15.10.08

IBS: THE CASE OF MALAYSIA 3

The Current State of IBS in Malaysia

Today, the use of IBS as a method of construction in Malaysia is evolving. Many private companies in Malaysia have teamed up with foreign expert from Australia, Netherlands, United State and Japan to offer pre-cast solution to their project (IBS Survey, 2003). The current systems used in Malaysia are large panel system (housing project in Shah Alam and Taman Brown), metal form system in Wangsa Maju, Pandan Jaya and Taman Maluri and modular system which are heavily promoted by CIDB in government project. Although the system originated overseas, local contractors has made modification to suit local requirement. Instead of steel, high quality film coated plywood shuttering is used. The form can be easily dismantled and handled by small crane and can be adjusted to suit architectural requirement (Swee in Sarja, 1998). Other systems are framing system, modular system and partially pre-cast system (the Cemlock Built System which is originate in Australia and used by the National Housing Department in Pekan Selama housing project). Moreover, pre-cast, steel frame and other IBS solutions were also used as hybrid construction to build national landmark such as Bukit Jalil Sport Complex, Kuala Lumpur Convention Centre, Lightweight Railway Train (LRT) and Petronas Twin Towers. IBS is also used in national scale government projects trough Public Work Department (PWD) efforts e.g. Lumut Naval Base, 1976 and Teachers Quarters Project in 2005. Nevertheless, the government of Malaysia still feels that the usage of IBS is still low despite the plausible potential advantages. From the survey conducted by CIDB of Malaysia in 2003, the usage level of IBS in local construction industry stands at only 15% (IBS Survey, 2003). On the other hand, the total registered IBS contractors in Malaysia stand for 895 companies in year 2007. Registered IBS manufacturer in Malaysia until 2007 is 138 (including 70 local manufacturer) producing 347 IBS products which are available in the market. Almost all of locally developed products are based on traditional materials such as reinforced concrete and almost all innovative materials are based on imported technology (IBS Roadmap Review, 2007).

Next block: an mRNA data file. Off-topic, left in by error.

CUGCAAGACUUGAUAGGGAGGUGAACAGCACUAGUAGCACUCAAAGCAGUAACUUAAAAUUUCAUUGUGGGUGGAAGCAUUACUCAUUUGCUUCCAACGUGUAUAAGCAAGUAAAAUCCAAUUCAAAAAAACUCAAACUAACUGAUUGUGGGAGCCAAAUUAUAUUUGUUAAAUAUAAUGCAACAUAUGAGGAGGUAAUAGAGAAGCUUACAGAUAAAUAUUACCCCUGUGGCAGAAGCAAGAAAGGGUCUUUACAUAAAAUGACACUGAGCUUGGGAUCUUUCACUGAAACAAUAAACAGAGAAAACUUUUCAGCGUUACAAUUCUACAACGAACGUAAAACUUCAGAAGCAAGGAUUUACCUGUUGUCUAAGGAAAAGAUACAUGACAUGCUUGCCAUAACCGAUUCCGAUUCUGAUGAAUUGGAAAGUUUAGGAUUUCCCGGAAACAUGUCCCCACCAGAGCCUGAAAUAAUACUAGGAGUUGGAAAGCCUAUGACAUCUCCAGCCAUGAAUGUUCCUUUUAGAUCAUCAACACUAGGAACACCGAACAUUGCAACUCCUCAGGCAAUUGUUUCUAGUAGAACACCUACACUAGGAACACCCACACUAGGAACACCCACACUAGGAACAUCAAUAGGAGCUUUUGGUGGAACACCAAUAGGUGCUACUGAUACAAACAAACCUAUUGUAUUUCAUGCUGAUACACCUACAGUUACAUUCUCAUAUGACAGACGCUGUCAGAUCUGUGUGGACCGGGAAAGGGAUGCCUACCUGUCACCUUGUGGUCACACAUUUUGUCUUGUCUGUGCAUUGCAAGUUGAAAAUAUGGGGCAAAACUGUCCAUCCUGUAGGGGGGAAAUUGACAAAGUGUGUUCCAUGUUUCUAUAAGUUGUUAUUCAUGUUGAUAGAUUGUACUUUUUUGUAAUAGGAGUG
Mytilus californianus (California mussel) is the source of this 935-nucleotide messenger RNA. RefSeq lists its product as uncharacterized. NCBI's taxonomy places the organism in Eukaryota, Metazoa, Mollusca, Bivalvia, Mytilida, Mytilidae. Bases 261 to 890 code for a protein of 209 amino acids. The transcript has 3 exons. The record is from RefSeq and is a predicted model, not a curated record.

Minister of Works Datuk Mohd Zin Mohamad, who launched the event, said history has shown that construction practitioners are tough, resilient and resolute, and urged the industy to reinvent itself to face the global challenges by reducing construction time via advanced techniques and technologies and by packaging projects into smaller phases. He noted the Construction Industry Development Board instituted the Industrialised Building System Roadmap for the 2003 to 2010 period and by now, there should be sufficient IBS technology for the country's current needs (New Straits Times 30/08/2008)http://www.innovacia.com.my/news.html

The IBS Roadmap 2003-2010

The endorsement of IBS Roadmap 2003-2010 in Malaysia by the Malaysian Parliament on 29th October 2003 expressed seriousness of the government and the urgency of IBS implementation. It is a blueprint of total industrialisation of construction industry towards achieving Open Building industry by the year 2010. The roadmap is a comprehensive document that divided the IBS programme into the five main focus areas that reflect the inputs needed to drive the programme (Manpower, Materials, Management, Monetary, and Marketing) (IBS Roadmap, 2003). The content of this roadmap is focused towards achieving the industrialisation of the construction sector and the longer term objective of implementing Open Building Systems concept. The key elements and activities of the roadmap are to have a labour policy that gradually reduces percentage of foreign workers, improve Uniform Building By- Law (UBBL), develop IBS professional courses and IBS university syllabus, develop IBS standard plan for common use, establish verification and certification scheme, establish vendor developing program and to study relevant incentive to encourage IBS adoption.

Enhancing training and skills programmes is a timely move by the government to attract more locals into the industry and avoid being too dependent on foreign labour. However, the current incentive of giving 50 per cent waiver of the CIDB levy to encourage use of the Industrialised Building Systems (IBS) is inadequate (Budget 2009) NST 30/8/2008 http://www.innovacia.com.my/news.html

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